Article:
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Episode 377 – Aaron’s Fifteen Minutes of Fame! (Being That Guy)

We’re joined by another Kickstarter backer this week! Aaron comes on to talk about being That Guy. No no, not THAT That Guy. Not one of the bad ones. But the guy that’s been playing forever and has lots of cards and lots of decks and actually has some money to spend on the game. Some casual players frown on That Guy, which gives That Guy some kind of stigma. Aaron wants to address that stigma and help change the opinion of That Guy. That Guy might not be all bad. You might even be able to learn something from That Guy’s experiences! So don’t dump on That Guy!

Of course it’s also Magic Origins preview season! And today the last of the five double-faced Planeswalkers were revealed, so we’re going to take the last bit of the show to cover them. And the new mechanics that we haven’t talked about yet, Renown and Spell Mastery!

SCG Regionals that Brian was talking about: http://www.starcitygames.com/pages/scgop/regionalchampionships
Magic Origins Card Image Gallery: http://magic.wizards.com/en/articles/archive/card-image-gallery/magicorigins
Bruce Richard’s Serious Fun from this week: http://magic.wizards.com/en/articles/archive/serious-fun/if-only-it-cost-less-2015-06-23


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Intro & Outro Music – Diamond by Swift – https://myspace.com/swiftband

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  1. June 30, 2015 at 12:53 am | Permalink

    Very interesting discussion. In all my years playing Magic, I’ve only very occasionally been mistaken for That Guy and even then, probably only because I had been collecting since Revised and thus happened in to some dual lands and other broken miscellany. Fortunately, I’m usually cast in the role of plucky underdog fielding the janky combo deck.

    What actually caught my attention was the quick aside about “throwing games.” While I’ve never thrown a game against strangers, there have been instances when I’ve forgone playing a winning card or combo against friends, usually when they’ve been mana screwed, had bad draws, or just started slow generally. Sometimes, this has even resulted in me going on to lose the game, which hasn’t really bothered me.

    I’ve never really reflected on the morality of this practice before, but in poker it’d be called “soft play” which is against the rules in card rooms, and bad etiquette even in a friendly game. Anyone else have thoughts on whether this applies in a game like Magic?

    • June 30, 2015 at 11:57 am | Permalink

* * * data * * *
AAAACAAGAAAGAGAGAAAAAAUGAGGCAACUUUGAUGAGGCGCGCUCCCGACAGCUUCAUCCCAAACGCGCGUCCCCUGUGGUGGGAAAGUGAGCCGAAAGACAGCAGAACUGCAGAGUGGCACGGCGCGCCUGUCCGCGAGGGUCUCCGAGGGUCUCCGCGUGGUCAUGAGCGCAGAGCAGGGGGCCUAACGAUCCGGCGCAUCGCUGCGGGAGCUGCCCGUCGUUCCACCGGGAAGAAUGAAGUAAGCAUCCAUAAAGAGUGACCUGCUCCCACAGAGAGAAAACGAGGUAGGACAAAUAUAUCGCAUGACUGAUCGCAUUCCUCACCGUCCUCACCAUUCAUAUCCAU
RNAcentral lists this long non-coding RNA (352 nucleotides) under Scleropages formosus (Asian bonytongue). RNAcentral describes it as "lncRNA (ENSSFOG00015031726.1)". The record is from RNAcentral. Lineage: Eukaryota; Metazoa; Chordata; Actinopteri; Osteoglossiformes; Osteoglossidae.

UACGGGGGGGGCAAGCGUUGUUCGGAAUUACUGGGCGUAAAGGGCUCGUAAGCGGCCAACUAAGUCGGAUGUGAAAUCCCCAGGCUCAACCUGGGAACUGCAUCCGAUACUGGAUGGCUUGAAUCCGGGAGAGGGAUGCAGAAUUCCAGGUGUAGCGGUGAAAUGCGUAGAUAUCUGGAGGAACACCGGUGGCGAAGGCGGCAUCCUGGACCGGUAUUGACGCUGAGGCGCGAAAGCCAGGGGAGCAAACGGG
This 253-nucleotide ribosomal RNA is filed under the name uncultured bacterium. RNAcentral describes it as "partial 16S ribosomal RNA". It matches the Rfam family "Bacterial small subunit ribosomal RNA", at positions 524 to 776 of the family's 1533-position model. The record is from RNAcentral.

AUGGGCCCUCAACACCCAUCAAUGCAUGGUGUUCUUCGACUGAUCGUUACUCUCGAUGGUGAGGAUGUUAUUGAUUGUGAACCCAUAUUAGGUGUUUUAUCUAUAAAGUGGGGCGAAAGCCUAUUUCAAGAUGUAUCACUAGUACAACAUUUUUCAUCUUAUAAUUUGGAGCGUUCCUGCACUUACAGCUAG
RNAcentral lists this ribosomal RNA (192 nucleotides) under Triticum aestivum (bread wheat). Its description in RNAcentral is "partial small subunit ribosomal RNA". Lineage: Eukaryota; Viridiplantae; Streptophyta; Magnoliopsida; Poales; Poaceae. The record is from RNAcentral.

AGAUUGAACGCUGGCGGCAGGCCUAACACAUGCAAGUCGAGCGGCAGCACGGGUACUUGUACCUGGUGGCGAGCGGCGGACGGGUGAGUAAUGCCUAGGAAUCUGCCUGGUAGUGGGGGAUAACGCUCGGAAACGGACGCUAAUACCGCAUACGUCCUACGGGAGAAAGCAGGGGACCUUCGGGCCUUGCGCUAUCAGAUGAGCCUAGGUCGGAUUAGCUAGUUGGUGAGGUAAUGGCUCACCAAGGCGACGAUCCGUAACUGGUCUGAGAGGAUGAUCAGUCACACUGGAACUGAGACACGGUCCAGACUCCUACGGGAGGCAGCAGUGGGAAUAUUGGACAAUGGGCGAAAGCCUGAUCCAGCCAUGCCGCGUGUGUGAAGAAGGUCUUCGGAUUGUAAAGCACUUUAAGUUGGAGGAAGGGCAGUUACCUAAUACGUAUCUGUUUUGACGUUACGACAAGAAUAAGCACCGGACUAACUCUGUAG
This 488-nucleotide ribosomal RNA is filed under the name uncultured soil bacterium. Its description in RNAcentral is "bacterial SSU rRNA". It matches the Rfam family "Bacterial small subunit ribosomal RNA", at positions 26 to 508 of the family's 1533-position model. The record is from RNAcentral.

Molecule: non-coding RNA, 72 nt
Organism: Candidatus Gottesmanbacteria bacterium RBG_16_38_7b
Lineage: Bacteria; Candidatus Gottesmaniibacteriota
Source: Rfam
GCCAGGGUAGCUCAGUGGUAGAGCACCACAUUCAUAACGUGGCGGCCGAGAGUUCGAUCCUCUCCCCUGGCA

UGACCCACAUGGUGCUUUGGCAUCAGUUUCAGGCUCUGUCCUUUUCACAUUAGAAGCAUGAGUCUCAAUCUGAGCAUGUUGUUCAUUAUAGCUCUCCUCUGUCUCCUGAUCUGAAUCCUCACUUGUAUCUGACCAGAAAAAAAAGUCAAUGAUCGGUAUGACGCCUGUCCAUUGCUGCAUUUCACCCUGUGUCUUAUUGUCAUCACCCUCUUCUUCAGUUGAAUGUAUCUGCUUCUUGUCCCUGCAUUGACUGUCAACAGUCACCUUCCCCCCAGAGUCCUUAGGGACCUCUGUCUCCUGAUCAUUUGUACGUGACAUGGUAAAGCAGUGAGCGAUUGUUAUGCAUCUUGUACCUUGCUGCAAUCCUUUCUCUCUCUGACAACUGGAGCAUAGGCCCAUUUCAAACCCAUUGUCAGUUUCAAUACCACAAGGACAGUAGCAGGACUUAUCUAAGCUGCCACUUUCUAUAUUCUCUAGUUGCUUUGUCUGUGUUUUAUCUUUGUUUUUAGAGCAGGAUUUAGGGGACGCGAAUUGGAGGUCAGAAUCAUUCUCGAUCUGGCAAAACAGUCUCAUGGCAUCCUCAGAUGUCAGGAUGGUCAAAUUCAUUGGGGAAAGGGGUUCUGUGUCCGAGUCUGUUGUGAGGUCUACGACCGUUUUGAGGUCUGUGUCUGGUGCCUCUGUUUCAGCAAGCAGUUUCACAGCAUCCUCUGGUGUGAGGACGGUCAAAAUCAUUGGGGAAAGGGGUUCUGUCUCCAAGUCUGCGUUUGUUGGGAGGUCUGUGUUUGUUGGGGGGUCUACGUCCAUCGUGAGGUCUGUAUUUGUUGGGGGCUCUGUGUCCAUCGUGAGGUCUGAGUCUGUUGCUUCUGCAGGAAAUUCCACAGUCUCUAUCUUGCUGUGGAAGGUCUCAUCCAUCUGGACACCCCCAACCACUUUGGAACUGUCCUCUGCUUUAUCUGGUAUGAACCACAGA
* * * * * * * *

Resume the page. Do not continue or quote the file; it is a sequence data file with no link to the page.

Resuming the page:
I have “soft-played” opponents before, but only in very particular situations. Basically, if my perception of the game is that they’re totally outclassed, they have no idea they’re outclassed, and literally the only way for me to lose is to throw the game, then I’ll play softly to give them more time to do stuff and make the back-and-forth of the game seem more even. I try to restrict my suboptimal choices as much as possible to either plays involving hidden information or plays that I don’t think the opponent can see based on the impression I get of their experience and playing skill/style.

      I do feel bad when I do it, because I know I’m not being honest. I admit I’ve done it at least once or twice in a sanctioned match, but it made me so uncomfortable (for impacting both the integrity of the tournament and my opponent’s experience and education) that I decided to keep it only as an option of last resort for a friendly game with someone I don’t know very well.

  2. June 30, 2015 at 10:10 pm | Permalink

    I was going to post a detailed reply, but I was so inspired by the ‘cast that I decided to do a blog post on it. Yes, I am also that Casual player!

    As my wife and I are one of THOSE couples, we fully understand what it is like to be the ones with thousands of cards and hundreds of decks.

    We’ve found that tailoring the power level of your decks to your playgroups is a good way to ensure harmony. We know certain players barely play, while others have been playing since Alpha… Know Your Audience, so to speak 🙂

    A very enjoyable listen, as always.

  3. June 30, 2015 at 10:12 pm | Permalink

    Oh, my wife also brought up another point that I missed:
    Multiplayer is a great equalizer – overly powerful decks can cause others to gang up on them, or interesting interactions and increase or decrease a decks effectiveness

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